Rosalind Fox Solomon spent five months in Israel and the West Bank during 2010–11, working in Jerusalem, Tel Aviv, Nahariya, Bethlehem and Jenin. Travelling by local bus along with commuter workers, she photographed Jewish teenagers at Purim, Christians at the Church of the Holy Sepulchre, and Ghanaian pilgrims at the Mount of Olives. The photographs contain numerous interwoven narratives, some with particular political charge, such as the casket of Juliano Mer-Khamis, a Palestinian activist of dual descent who established the Freedom Theatre, assassinated during Solomon's visit to the territory.
Her photographs are informed by an acute sensitivity to lives conditioned by race and religion, ethnicity and location. Through a cacophonous image sequence, Solomon articulates the turmoil of her experience of the region, recounting 'I felt the tension. The stress.... I wanted to express the chaos and pressure that was around me'. Punctuating the images are fragments of text – amusing and frightening background conversations, recorded in Solomon's journal; the texts reveal the humanity of each person photographed, a window onto lives conditioned by violence and uncertainty.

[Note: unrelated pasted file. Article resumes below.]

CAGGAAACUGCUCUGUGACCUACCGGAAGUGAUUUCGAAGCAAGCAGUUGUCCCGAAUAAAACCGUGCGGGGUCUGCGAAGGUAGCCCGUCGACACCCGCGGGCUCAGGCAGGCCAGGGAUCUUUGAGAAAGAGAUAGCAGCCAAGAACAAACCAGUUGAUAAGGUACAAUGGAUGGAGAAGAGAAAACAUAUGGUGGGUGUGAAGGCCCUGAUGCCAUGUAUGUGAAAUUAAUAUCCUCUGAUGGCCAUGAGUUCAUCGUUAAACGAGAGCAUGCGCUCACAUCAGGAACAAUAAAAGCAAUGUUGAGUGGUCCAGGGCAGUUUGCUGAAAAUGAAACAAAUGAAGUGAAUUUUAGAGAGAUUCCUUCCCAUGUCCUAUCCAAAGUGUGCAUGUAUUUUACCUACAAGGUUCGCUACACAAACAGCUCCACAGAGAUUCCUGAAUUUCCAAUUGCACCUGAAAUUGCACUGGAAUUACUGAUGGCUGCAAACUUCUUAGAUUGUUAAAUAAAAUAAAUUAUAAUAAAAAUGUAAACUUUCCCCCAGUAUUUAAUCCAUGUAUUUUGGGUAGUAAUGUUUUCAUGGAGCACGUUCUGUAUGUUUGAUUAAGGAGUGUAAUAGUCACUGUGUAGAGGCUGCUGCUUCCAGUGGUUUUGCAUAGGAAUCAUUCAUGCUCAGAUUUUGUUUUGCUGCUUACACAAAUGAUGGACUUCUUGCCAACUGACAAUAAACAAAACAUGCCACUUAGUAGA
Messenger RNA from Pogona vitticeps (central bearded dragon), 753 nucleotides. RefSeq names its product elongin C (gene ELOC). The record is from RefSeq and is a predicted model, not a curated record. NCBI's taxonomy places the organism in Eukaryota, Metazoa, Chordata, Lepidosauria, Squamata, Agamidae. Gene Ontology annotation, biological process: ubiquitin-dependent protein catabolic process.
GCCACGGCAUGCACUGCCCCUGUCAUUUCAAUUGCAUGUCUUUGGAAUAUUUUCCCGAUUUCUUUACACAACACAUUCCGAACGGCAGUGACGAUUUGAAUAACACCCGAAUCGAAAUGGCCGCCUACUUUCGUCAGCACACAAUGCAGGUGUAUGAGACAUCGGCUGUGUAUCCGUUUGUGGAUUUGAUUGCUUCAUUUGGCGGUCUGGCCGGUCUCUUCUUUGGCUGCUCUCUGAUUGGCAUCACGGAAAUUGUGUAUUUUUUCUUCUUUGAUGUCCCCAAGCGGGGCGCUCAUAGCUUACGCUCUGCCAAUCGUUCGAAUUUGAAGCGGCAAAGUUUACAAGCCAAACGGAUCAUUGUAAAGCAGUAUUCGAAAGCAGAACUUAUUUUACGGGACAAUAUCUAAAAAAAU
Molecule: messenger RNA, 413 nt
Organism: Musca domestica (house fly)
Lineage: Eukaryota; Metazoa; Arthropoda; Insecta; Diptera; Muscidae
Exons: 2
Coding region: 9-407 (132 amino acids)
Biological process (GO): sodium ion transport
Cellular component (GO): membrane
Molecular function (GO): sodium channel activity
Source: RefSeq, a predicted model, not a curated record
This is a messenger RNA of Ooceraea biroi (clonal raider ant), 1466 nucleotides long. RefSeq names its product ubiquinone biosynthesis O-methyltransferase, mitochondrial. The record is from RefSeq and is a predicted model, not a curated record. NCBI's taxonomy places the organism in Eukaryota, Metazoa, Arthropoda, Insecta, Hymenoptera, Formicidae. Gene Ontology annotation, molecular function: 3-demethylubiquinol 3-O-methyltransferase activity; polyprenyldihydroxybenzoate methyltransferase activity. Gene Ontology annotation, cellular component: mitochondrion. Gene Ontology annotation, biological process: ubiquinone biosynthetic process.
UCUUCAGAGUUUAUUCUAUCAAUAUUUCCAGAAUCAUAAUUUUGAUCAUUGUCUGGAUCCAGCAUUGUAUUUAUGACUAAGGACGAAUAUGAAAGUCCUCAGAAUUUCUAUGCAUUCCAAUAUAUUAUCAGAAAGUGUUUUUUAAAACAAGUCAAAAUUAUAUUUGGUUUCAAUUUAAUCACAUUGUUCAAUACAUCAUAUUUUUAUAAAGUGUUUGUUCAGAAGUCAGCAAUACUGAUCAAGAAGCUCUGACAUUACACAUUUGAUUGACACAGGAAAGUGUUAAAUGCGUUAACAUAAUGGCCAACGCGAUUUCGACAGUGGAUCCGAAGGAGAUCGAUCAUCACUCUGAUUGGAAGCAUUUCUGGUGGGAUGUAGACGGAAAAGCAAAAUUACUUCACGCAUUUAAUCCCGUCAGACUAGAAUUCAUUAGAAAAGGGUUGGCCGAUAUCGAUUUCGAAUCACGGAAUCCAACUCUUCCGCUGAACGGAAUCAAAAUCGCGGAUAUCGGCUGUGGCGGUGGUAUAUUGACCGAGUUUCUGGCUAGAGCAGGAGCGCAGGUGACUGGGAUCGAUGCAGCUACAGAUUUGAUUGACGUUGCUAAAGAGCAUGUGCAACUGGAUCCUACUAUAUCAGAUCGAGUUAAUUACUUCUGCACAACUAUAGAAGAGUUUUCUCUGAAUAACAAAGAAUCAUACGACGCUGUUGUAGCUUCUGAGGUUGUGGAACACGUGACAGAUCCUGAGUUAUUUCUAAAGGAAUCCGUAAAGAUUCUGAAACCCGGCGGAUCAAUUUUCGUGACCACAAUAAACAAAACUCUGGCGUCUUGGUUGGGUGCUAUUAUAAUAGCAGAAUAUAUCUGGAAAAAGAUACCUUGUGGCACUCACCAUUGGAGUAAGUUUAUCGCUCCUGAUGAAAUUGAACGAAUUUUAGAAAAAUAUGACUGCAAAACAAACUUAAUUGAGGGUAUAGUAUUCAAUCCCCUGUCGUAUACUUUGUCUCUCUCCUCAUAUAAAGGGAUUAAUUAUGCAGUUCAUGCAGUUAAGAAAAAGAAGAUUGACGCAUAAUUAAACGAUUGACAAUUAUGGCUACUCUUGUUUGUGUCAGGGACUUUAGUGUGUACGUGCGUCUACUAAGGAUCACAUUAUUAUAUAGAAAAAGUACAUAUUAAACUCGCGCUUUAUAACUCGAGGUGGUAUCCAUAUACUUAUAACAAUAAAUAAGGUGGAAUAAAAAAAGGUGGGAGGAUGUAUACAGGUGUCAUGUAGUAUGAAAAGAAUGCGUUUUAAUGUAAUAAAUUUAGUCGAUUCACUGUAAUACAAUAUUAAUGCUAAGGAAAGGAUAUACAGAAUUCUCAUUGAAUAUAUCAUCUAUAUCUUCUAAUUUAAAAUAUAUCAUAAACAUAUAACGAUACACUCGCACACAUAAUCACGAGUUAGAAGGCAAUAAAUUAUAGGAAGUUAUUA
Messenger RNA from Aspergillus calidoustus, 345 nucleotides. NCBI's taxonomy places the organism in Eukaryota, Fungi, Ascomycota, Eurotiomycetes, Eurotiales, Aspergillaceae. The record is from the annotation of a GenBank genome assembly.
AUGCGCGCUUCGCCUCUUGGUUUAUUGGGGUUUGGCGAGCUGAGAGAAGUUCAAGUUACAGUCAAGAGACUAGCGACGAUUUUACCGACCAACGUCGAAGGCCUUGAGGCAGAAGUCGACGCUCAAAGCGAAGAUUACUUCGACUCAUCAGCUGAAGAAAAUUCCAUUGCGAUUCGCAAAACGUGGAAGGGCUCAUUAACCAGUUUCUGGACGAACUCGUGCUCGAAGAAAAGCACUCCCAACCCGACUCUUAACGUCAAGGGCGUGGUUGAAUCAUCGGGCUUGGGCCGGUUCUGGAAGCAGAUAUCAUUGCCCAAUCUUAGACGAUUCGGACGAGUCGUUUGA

Solomon, an American artist based in New York City, is celebrated for her portraits and for her connection to human suffering, ritual, survival and struggle. Her work has been shown in nearly 30 solo exhibitions and 100 group exhibitions, and is in the collections of over 50 museums worldwide.